Whistling for the Jaguar

The un-redacted story of the jaguar, Macho B's snaring and death.


Snares were checked by AZGFD technicians, Smith and Crabb Feb. 7-9. On the 9th, McCain alerts AZGFD and USFWS of the new Macho B photo picked up in the Atascosa/Pajarita Mtns. from Jan. 12 and the jaguar tracks found on Feb. 5 in the same area. Jack Childs is cc’d on the email whose recipients, among others, include: Fernandez (usfws), Van Pelt and Johnson (azgfd). McCain does not include the following in his email; that the jaguar tracks were found on the snare trap line and that the picture was taken a few miles from the snares, nor that the snares have been reactivated. Sometime after this email was received by the agencies Johnson said, “he received a phone call from McCain after the jaguar was determined to be in southern Arizona and McCain wanted to know if individuals within AZGFD research branch were aware of the jaguar presence.” Johnson said he didn’t understand the phone call. Johnson told the USFWS agents that he did not know the location of the snares nor that the snares were “reset” in Feb. 2009. He also told the agents that he did not know the snares were closed in the fall of 2008.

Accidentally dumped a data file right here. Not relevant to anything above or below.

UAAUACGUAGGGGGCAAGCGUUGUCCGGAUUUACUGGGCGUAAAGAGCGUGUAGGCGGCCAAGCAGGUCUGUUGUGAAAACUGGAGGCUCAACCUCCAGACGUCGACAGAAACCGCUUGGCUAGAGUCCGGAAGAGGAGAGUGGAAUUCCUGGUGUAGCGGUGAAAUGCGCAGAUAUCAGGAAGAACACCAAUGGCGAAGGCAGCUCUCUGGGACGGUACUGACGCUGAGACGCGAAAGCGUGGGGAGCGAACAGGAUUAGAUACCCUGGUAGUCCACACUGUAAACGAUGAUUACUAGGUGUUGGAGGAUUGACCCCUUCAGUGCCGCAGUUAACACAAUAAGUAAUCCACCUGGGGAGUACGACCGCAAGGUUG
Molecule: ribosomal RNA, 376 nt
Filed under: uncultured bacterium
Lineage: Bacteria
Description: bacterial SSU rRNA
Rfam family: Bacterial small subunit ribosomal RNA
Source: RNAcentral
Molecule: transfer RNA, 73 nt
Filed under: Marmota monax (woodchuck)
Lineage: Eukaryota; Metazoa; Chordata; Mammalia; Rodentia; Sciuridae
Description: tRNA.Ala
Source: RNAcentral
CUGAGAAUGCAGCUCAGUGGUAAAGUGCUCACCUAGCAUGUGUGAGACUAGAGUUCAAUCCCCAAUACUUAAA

McCain sent another email to a friend who is a wildlife biologist out of Texas Tech. Ron Thompson is cc’d on the email. The email ends with “by the way, old Macho b is again reining over his territory along the border. My last two days in the field last week produce (sic) another picture and fresh tracks…yes, his. Tracks on that line that I was showing (redacted).”

McCain also shares Macho B’s latest detections with an AZGFD law enforcement officer he has befriended. In an email chain that begins on Feb.2, McCain tells him “he was going to start snaring again and would be focusing on the Bear Valley/Ruby area.” On Feb. 3, he informs the officer of the Tumacacori detections and on the 5th states, “Macho B just showed up down on the border south of Bear valley.”


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